Weighing the cost of waiting


Chris Lewis
Senior Relationship Manager, Church Financing
Investments Division
Thrivent Church Financing

By Chris Lewis

Over the last year, a dramatic shift in interest rates has served to stall a large portion of refinancing efforts. The difference in the rate a church is currently paying, and the existing market rates, is substantial in many cases. This is creating an appropriate pause in ministry refinancing because the cost of money has increased sharply. 

The practical implication is that refinancing today, in most cases, will increase costs, not decrease them. 

Ministries that did not refinance while rates were historically low are now faced with a more consequential decision: Do we go ahead and refinance now, even though current rates are higher than our existing loan? 

Or do we wait until our loan matures when a balloon payment comes due, and run the risk of facing even higher rates? 

This is clearly a difficult position to be in; the higher your interest rate, the more money is being paid to the lender — and the less money is being spent on ministry investment. 

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However, some ministries are recognizing a silver lining with these higher rates 

If your ministry secured a long-term fixed interest rate with a swap contract or has a yield maintenance/mark to market prepayment penalty, you are likely in a position to benefit (make money on the swap) or not face a penalty, as today’s loan replacement rates are higher than your current rates. This means lenders can reinvest in new loans at the higher rates that are being sold today. In this situation, your ministry might have a cost-benefit or cost-neutral opportunity to refinance early, securing a long-term fixed rate today. This ensures that you don’t face an uncertain interest rate environment in the future. 

By waiting, your ministry might temporarily delay the sting of rising interest costs — but no one truly knows where rates are headed. Some argue that rates will come down, while others suggest that we will have persistent high rates for the foreseeable future. The Federal Reserve has raised interest rates 10 times since May 2022, driven by a realization that inflation remains stubborn and unpredictable. Stubborn inflationary pressures make it difficult to predict where interest rates might go in the coming months. The reality is that no one really knows.  

 You might be asking, What’s my next step?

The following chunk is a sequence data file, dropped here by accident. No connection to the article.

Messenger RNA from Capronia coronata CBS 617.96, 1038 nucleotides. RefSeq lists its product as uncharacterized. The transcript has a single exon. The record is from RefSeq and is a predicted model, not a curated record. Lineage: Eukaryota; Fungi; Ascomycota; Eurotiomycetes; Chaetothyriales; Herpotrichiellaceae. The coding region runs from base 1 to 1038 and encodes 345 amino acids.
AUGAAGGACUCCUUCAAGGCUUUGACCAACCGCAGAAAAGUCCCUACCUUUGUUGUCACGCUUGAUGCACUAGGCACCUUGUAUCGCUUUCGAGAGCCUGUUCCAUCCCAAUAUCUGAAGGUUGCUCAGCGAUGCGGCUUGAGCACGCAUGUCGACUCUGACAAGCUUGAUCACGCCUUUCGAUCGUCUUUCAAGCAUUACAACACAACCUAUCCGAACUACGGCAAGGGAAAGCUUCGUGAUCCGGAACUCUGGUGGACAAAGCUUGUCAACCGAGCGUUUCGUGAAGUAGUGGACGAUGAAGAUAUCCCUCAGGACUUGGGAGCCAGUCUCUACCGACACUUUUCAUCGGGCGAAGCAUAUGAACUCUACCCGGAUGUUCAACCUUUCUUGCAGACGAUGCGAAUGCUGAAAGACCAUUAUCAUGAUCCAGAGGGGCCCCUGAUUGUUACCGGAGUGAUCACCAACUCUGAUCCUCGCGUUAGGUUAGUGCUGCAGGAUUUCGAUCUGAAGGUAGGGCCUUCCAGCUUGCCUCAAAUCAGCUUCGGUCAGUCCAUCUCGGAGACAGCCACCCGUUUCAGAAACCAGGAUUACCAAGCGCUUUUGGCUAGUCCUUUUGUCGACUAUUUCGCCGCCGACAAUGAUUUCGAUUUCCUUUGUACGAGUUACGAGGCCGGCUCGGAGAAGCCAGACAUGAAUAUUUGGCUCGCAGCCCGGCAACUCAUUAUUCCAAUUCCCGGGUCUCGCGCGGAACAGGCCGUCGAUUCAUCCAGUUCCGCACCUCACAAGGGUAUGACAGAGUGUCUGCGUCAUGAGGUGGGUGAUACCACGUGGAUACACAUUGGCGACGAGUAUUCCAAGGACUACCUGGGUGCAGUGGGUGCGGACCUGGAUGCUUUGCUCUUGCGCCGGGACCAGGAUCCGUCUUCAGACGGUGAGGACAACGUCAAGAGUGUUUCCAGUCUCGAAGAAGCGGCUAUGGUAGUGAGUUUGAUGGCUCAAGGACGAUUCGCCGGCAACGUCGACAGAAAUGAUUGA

I would encourage your ministry to take action and explore your refinancing options today. If your loan matures in the next three years, having a conversation with an experienced church lender might help you better understand your options and assist you in developing a plan of action. 

You might find that you have more options to make a positive stewardship impact than you originally thought. Waiting is unlikely to be a helpful strategy unless you have validated it by having a conversation with an experienced church lender. For healthy ministries, there are still opportunities available.

Step 1 — Contact multiple lenders that are committed to church financing that can provide you with an overall view of your current market options.

Step 2 — Upon receiving feedback, identify if waiting is your best option. Lenders should be able to help the church identify the costs associated with an early refinance, including closing costs, interest costs for the lifetime of the proposed loan, prepayment penalties, and so on.

Step 3 — Discuss options with your decision-making team to determine whether to act now or stay the course with your current loan.

We have all seen how higher prices have impacted purchasing power through the current economic cycle. Depending on the consumer good, the demand has not necessarily decreased; instead, it has created a more educated consumer. Buyers are carefully evaluating if it makes sense to stick with what they have or to buy something new. In either case, buyers are more intentional about their purchases.

Ministries are in a similar situation when it comes to their real estate mortgage loans. Some might determine that they will deal with their loan when it matures; others might make the decision to act now. In either case, the intentional ministry is making its decision based on intentional interactions with lenders who have their best interest in mind.

Chris Lewis is Senior Relationship Manager, Church Financing in the Investments Division at Thrivent Church Financing

Thrivent Church Financing has been providing competitive financing solutions to ministries across the country for more than 100 years. Its long-term fixed rates and fully amortizing loans have helped ministries secure a predictable loan that propels them towards financial freedom without costly maturities and resetting interest rates. 


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